Critchfield has spent much of his time showcasing his credentials — his time on the state board, his time as an administrator and employee in the Cassia County School District, and his work co-chairing the group of Little’s 2019 K-12 job. It’s a long resume, but not an underdog resume. Rather, Critchfield draws on his experience, saying it makes the “problem-solving leader” the state needs. In most races, Critchfield would be the clear establishment contender.
Granted, Durst isn’t entirely functioning as an outsider. He points out that he would be the first former lawmaker to serve as an Idaho state superintendent — following the conventional career arc for elected superintendents outside of Idaho. “This job is bigger than just a classroom,” Durst said Thursday.
Operating on a platform of parental rights and school choice, Durst manages to move further away from Ybarra and Critchfield. This became all the more apparent when questions turned to private school tuition credits – and whether these should extend to religious schools.
Ybarra offered a resounding no – emphasizing that his job is to serve as superintendent of public instruction.
Like Ybarra, Critchfield said she doesn’t want the money diverted from public schools. But she also said she was not opposed to the dollars following students, signaling her support for a private school tuition credit bill.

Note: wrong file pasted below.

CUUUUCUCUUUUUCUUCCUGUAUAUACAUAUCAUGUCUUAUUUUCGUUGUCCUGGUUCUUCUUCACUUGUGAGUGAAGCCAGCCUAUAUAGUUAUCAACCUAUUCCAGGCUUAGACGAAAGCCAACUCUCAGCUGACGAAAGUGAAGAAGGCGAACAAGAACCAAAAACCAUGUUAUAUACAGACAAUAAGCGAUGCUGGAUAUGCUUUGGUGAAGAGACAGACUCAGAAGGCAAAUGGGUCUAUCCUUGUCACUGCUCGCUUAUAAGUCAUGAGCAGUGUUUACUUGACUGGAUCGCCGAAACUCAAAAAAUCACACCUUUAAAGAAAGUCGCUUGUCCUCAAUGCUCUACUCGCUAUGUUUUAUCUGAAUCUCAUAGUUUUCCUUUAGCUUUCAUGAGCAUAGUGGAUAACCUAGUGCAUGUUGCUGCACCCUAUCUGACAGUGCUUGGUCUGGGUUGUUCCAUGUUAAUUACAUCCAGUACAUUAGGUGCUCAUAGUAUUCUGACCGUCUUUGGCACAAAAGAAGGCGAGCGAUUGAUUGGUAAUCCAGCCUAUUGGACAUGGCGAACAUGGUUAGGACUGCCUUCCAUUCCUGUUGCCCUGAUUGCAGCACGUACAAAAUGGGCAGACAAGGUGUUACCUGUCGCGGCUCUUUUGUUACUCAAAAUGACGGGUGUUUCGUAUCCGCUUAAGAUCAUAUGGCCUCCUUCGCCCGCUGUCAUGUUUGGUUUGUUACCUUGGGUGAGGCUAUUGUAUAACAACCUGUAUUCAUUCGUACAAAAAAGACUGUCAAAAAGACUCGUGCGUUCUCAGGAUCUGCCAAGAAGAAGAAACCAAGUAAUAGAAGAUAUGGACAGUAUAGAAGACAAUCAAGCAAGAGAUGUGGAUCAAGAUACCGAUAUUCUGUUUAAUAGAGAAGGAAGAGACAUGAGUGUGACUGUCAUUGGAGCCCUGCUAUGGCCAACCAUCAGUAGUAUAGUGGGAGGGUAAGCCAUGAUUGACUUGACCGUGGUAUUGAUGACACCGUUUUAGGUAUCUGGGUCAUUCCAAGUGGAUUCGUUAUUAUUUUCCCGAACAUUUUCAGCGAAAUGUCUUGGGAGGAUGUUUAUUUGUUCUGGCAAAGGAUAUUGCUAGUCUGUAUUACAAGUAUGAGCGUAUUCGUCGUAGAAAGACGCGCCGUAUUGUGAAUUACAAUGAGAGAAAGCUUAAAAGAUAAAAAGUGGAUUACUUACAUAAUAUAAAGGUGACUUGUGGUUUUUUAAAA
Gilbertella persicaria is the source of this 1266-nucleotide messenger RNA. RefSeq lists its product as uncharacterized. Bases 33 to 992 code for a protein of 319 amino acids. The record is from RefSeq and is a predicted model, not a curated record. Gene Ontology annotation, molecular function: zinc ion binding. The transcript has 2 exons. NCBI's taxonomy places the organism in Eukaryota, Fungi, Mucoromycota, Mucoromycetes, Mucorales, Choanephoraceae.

“I’m a yes and a no on that,” she said. “It’s an unresolved issue in the state that needs some leadership.”
For Durst, school choice is the solution to all education ills – from poor academic performance to overcrowded public school buildings. And this is also the way to change the educational institution.
Durst lashed out at the BIE for his testimony against an education savings account bill that died this month before the House Education Committee. He said the BIE should not call the bill unconstitutional, while an attorney general’s opinion said the bill would survive a legal challenge.
“Anything I propose can be done,” Durst said. “I would like the IBE to correct the record and acknowledge that it misled the legislature on this.”
Rod Gramer, CEO of the BIE and Thursday’s moderator, pointed out that his group has a top lawyer in its corner: former attorney general and Idaho Supreme Court Chief Justice Jim Jones. “We will just have to agree to disagree on this constitutional issue.”
Disagreeing and playing the contrarian role fits perfectly into Durst’s campaign. And closed GOP primaries have a way of rewarding opposites. One, Janice McGeachin, was elected lieutenant governor in 2018. Now she’s leading an anti-establishment campaign against Little.
Industry leaders who are BIE members may not be looking for someone to disrupt the system. Diehard Republican primary voters are a different animal.
There is nothing subtle about Durst’s election plan. And there’s nothing extravagant about it either.
Kevin Richert writes a weekly analysis on education politics and education policy. Look for his stories every Thursday.
A deeper listen: Kevin Richert interviews primary candidates on his weekly podcast. Click here for the Debbie Critchfield maintenance; click here for the Sherri Ybarra maintenance. Branden Durst has been invited for an interview.